Tidy fields of vegetables surround the farm buildings, and each time I have been there, young people are at work in the fields weeding and harvesting. The farm has a drip irrigation system, so the drought has not been a problem.
Angelic Organics was started in 1990 by John Peterson on land his family has farmed since the 1930s. Farmer John, as he is called, began using organic farming methods, and in 1993 started operating the CSA. Today, the farm provides vegetables to over 1,200 families throughout the Chicago and Rockford area through a network of 30 pick-up sites.
We have had four boxes so far, and each has had a great variety of vegetables, as well as the occasional melon.
The last two boxes included an abundance of sweet corn, beets and eggplant. The sweet corn is easy - it is delicious cooked on the cob. Tom likes his with a little butter, and I like mine with a little salt. Tom eats his by working his way around the cob, and I always eat mine from one end to the other (it takes three passes to eat it all).
Beets have been more challenging, but we've found a couple of recipes that are quite delicious. Here's my favorite. It's a unique taste - a little bit sweet with a nice texture.
Beets with Pasta
Pasta for four (I prefer angel hair)
About one pound of beets, roasted and chopped into one-inch pieces
Six tablespoons of real butter
One tablespoon of poppy seeds
Cook pasta according to directions
While pasta cooks, brown butter in large skillet
Once butter is browned, stir in poppyseeds
Add beets to blender or food processor with a half cup of pasta water and process into a rough puree
Stir beets and pasta into butter, mix well and heat thoroughly
Serve topped with goat cheese to taste.
Eggplant is the most challenging since Tom's attitude is "I hate eggplant!" But, with the right recipe, he changes his tune. The easiest way to fix the eggplant is to dice it and add it to a stir-fry with other vegetables. It doesn't have a particularly strong flavor, so blend well with other veggies and spices.
However, my favorite way to prepare eggplant is to fry it and serve with pasta and tomato sauce. (And if I am home alone when I fix it, I am liable to eat the eggplant by itself.)
Crisp fried eggplant
One large eggplant sliced into 1/4 inch rounds
One large egg
One third cup corn starch
One half cup breadcrumbs
1. To prepare eggplant, salt both sides of each slice and place in a single layer between papertowels. Place weighted object on top of eggplant for about 30 minutes to press out moisture.
2. Heat oil in large skillet
3. Place corn starch, egg and breadcrumbs in three separate bowls
4. Coat each slice of eggplant in corn starch, then egg, then breadcrumbs and add to hot oil
5. Brown each slice on both sides, adding additional oil as needed. Remove browned slices to plate with papertowel to help remove excess oil.
Serve over pasta with tomato sauce.
Both recipes reheat well. I suggest reheating beets and pasta by cooking in a skillet with a little bit of butter. Eggplant slices reheat well if placed in a toaster oven until hot (that keeps them crispy).
Both recipes were found on my favorite recipe site: www.epicurious.com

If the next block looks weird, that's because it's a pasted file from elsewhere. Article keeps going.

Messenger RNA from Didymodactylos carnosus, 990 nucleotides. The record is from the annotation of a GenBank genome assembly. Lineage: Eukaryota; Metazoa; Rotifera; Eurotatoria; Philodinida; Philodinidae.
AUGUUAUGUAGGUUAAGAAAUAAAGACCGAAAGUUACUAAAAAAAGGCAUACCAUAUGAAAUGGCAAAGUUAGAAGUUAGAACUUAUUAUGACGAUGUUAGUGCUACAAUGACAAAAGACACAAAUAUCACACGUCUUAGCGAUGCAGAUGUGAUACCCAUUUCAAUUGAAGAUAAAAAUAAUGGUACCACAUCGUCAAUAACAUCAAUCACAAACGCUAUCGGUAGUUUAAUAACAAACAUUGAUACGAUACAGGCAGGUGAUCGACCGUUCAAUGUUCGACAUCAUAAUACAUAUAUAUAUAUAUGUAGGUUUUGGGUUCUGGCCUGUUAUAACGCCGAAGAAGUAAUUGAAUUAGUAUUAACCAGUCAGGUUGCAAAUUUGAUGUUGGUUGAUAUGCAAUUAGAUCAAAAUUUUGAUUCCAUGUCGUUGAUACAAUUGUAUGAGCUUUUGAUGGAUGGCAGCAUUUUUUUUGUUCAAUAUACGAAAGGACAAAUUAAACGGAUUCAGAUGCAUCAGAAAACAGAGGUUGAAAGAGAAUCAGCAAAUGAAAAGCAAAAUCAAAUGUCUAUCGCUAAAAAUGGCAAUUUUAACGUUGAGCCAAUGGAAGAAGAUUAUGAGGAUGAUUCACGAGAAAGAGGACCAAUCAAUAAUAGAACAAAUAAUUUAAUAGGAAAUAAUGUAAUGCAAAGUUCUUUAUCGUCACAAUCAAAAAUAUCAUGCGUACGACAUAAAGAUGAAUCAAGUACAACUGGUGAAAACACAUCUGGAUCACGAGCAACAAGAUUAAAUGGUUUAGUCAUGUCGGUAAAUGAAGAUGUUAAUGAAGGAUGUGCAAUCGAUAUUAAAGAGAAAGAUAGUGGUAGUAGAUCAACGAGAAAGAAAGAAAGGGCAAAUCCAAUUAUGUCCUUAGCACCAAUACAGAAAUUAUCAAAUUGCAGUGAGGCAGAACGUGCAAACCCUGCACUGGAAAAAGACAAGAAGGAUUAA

Okay, someone has to say it, and it might as well be me. The average temperature on the planet is rising. It has been for some time. Sea levels are rising. Weather patterns are less predictable. Violent storm events are becoming the norm.
In the United States for the month of June, there were over 2,000 record-setting high temperature events. A drought covers much of the country. Sure, the US has had droughts before, and heat waves, and out-of-control wildfires, but never of this magnitude, never so widespread and never so relentlessly. Statistically, the odds of a year like this happening by chance are on the order of one billion to one.
For most people, this is not news, but one would not know that from listening to the mainstream media and politicians in this country. The refusal to take action – or to even acknowledge that warming is happening in some quarters – will cost millions of people their lives, livelihoods and/or homes.
There is a deep irony afoot in the world today. The people who have the least impact on the planet will be most affected by global warming. These people are also the poorest and most vulnerable. And that makes me sad.
Low-lying, Pacific island nations will disappear as oceans rise. Parts of Bangladesh have already disappeared under rising water levels. Countries like Bolivia that depend on melt water from mountain glaciers will lose their water supplies as the glaciers disappear.
Many of the poorest nations on the planet have populations where a majority is descended from indigenous cultures. In the Indigenous view, Mother Earth is neither an inert object nor the source of resources but a home with which humans are related. How very sad and ironic it is that these countries will be most affected by the changes – and are least able to do anything to mitigate the effects.
Bolivia, where 66% of the population is descended from indigenous people, is feeling the effects of a warming planet as the glaciers in the Andes melt. The glaciers are the primary source of water in the country. The seasonal glacial melt waters feed streams and rivers, providing fresh, clean water for Bolivians. During the winters, snowfall rebuilds the glaciers.
But what happens as the glaciers shrink, as they are? And what will happen when the glaciers disappear altogether?
Glaciers release water slowly, and the water tends to be cool and clean. Rain water tends to be more “flashy” with more forceful, shorter duration flows that have a greater erosive impact on the land. Rain events are also more unpredictable than water from snow melt.
Bolivia and other poor nations have spoken up at United Nations’ Climate Change meetings, in the hopes of persuading wealthy nations to take significant steps to minimize the human contributions to warming. Poor nations have asked the wealthy nations to compensate them financially for the impacts of rising waters, melting glaciers, desertification and increased rainfall. They have begged for assistance with mass relocation efforts as low-lying areas are inundated. But their pleas have fallen on deaf ears.